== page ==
Macon officials are expediting plans to beef up security at City Hall, following an incident last week during which City Council members were threatened by a disgruntled resident.
Police Chief Rodney Monroe is drafting security plans for the Poplar Street building and has asked Mayor Jack Ellis and members of the council for input.
Monroe said he has been "considering a host of things." He did not disclose specifics but said metal detectors at building entrances are a possibility.
Tuesday, police were called to City Hall after a man disrupted a council meeting, threatening City Council members and presenting plastic bottles he said contained poison, eyewitnesses said.
"People around the city are being poisoned," the 22-year-old man declared after leaving council chambers.
Monroe said the incident "shows we're vulnerable in certain locations."
A day earlier, Monroe told the council's Public Safety Committee that he plans to use some of about $1.5 million in federal grants to better secure City Hall.
Councilman Charles Dudley, chairman of the committee, said the incident was a "rude awakening" and that he, Monroe and Chief Administrative Officer Bill Saunders have agreed that security at City Hall is a top priority.
Currently, City Hall has limited security. The police detective bureau is downstairs but is separated from the government side of the building. The only visible and permanent security measure is a police officer assigned to Ellis.
Dudley has asked Monroe to update the committee today at a 4 p.m. meeting.
"I think it's extremely important," Dudley said Friday. "We're not going to make it a jail house, but we're going to make it less intrusive and more protective."
Dudley said possible measures include installing card readers to control access to the building's offices, more video cameras, "panic buttons" to summon police, more windows to replace solid doors and walls, and metal detectors.
"Not only does it protect us, but it protects the general public, also," he said.
Maria Dobson, the city's customer service coordinator, said 90 percent of those who visit City Hall stop by her desk, which is in clear view of the building's lobby. Dobson said most of the time she feels safe at work.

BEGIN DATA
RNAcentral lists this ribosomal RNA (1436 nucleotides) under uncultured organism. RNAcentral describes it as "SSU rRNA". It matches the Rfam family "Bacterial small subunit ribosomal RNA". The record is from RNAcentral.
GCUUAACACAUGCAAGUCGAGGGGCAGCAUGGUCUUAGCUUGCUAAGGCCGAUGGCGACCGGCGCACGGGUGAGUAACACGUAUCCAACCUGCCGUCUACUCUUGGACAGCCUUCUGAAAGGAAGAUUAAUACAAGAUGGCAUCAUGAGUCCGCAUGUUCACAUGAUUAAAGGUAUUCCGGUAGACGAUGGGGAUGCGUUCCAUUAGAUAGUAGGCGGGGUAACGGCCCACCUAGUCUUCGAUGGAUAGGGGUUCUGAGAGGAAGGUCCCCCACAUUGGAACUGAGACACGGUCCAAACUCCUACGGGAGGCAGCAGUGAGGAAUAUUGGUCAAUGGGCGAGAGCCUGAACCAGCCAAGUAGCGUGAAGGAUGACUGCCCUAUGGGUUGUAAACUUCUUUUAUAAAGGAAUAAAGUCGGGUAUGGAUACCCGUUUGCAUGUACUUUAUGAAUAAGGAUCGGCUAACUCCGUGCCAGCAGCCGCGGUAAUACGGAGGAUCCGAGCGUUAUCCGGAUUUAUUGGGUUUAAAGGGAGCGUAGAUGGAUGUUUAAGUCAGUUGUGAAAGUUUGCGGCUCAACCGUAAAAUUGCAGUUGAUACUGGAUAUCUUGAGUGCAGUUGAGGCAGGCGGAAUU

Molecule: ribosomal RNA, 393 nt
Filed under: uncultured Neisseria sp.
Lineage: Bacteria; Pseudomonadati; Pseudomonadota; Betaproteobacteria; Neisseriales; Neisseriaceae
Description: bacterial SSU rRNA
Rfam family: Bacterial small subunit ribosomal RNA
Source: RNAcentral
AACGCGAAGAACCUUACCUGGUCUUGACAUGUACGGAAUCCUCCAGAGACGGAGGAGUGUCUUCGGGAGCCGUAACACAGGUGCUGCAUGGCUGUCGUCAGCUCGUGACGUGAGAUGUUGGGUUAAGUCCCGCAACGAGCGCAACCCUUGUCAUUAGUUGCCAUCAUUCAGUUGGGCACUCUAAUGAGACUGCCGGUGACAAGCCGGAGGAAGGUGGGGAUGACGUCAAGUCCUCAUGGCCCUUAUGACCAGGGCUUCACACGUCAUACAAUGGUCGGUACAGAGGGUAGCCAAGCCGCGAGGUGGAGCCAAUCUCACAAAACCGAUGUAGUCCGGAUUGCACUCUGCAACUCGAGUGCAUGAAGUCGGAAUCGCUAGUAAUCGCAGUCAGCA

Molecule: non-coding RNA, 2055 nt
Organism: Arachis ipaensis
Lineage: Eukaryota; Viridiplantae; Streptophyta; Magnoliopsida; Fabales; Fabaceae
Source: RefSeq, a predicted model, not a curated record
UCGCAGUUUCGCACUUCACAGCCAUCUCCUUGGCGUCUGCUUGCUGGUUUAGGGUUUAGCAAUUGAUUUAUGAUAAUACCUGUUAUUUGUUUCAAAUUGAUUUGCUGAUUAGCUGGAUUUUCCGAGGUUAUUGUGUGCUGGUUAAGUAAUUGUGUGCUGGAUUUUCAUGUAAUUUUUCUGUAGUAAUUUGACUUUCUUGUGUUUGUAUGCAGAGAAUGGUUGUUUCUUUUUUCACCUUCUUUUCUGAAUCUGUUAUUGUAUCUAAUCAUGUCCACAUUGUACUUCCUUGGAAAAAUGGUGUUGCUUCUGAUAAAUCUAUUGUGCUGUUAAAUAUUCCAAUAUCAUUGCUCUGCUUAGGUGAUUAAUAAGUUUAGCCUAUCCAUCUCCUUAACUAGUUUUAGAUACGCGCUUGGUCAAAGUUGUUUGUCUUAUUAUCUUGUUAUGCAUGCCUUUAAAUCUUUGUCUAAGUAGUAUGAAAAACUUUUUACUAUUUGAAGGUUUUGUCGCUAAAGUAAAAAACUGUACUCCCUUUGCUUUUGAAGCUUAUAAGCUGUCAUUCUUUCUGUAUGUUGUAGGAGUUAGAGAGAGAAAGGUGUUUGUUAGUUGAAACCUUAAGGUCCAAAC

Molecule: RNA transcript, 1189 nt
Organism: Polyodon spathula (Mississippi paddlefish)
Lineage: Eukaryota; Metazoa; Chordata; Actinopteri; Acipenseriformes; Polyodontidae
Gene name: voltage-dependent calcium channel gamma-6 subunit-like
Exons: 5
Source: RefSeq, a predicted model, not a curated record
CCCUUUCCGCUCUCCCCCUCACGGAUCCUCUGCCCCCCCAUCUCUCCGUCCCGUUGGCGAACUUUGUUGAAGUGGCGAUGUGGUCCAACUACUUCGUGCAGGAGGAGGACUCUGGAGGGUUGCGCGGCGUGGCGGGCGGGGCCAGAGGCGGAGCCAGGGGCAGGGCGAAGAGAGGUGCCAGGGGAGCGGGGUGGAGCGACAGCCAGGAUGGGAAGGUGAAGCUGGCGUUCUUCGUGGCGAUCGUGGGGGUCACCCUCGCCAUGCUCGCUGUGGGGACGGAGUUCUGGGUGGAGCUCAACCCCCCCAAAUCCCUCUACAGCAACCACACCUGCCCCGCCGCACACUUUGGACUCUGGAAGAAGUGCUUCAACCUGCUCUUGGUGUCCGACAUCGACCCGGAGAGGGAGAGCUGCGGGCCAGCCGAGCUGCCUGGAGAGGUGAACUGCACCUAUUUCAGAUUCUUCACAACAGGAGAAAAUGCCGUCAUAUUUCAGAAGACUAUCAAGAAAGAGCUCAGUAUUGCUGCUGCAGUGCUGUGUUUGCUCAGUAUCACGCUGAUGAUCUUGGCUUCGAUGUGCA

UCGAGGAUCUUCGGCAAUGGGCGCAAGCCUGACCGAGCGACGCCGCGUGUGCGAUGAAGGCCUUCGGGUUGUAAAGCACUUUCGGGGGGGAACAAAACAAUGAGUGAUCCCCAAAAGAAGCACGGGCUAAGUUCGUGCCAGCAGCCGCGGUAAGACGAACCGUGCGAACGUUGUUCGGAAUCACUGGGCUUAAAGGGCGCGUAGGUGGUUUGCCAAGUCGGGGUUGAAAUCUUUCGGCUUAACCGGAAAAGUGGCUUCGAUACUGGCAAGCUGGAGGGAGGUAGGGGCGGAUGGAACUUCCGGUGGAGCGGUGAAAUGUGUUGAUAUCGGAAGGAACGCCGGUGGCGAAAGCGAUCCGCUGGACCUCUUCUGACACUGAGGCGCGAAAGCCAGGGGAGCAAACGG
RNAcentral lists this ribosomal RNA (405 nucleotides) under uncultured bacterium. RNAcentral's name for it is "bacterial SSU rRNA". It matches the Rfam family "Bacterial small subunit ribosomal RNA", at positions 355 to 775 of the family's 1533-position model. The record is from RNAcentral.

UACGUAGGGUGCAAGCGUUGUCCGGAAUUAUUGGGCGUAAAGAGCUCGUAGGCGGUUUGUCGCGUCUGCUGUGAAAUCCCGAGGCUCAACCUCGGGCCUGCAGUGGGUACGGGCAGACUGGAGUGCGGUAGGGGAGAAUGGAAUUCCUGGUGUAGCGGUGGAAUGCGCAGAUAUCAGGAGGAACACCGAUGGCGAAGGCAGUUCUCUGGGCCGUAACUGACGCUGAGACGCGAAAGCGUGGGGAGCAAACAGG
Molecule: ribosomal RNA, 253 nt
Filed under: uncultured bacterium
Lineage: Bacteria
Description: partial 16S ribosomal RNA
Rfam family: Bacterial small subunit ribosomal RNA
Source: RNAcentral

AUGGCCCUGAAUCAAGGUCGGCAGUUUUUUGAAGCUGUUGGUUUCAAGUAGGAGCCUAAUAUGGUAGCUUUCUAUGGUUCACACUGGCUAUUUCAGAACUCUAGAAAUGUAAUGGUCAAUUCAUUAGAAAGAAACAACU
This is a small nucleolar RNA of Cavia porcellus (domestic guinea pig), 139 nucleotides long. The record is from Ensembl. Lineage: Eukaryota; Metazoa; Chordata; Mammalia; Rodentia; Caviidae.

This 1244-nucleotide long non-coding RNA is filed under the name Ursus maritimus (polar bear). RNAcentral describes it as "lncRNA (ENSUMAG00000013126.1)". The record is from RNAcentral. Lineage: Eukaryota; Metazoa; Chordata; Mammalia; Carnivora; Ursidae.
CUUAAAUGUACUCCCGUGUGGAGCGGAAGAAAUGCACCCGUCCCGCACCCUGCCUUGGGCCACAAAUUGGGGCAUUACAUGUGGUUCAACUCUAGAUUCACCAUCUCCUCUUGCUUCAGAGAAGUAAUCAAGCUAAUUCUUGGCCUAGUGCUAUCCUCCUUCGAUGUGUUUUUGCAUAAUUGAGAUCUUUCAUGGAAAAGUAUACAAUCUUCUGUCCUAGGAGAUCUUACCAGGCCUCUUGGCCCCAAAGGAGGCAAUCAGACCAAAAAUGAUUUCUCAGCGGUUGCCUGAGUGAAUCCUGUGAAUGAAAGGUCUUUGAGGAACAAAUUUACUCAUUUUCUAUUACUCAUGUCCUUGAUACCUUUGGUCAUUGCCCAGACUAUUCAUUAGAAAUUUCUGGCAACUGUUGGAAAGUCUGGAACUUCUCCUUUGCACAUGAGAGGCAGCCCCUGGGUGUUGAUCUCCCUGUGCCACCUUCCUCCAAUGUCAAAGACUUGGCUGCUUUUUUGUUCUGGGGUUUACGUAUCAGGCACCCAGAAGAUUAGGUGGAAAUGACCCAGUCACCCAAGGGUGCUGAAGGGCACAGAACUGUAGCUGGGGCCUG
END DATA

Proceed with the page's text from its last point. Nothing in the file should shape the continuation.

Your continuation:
"But when you hear things like the other day ... it concerns me," she said. "I do think that we need to be safer, especially up front."
Last year, city officials considered installing $85,000 in metal detectors and scanners, but opted for a police presence at City Council meetings.
Dudley said that move was temporary and that he's asked for a full-time police presence at the building until new security measures are in place.
When Ellis took office in late 1999, his administration proposed a security plan, which City Council reduced to installing a $27,000 metal detector and scanner at the entrance to the municipal courtroom.
At the time, someone threw a brick through a window of the mayor's office.
Ellis and police officials also said then that the mayor had received threatening phone calls in the past few years.
In July 2003, a man was arrested after he refused to leave the mayor's office after allegedly writing disparaging remarks on the office sign-in sheet. The event came days after New York City Councilman James Davis was shot to death by a political rival in a city building.
Some new security measures, such as video cameras, are now planned for the City Hall Annex and Terminal Station. Dudley said the technology grant, which also is being used to upgrade police crime-fighting technology, should cover all costs of the new measures.
The Bibb County Courthouse, where the County Commission meets, has metal detectors just inside the building's Second Street entrance. Dobson said security concerns are nothing new, citing the courthouse and searches at area schools.
Dudley said any rise in incidents probably would have more to do with state cuts in mental health funding than any residents upset with city officials.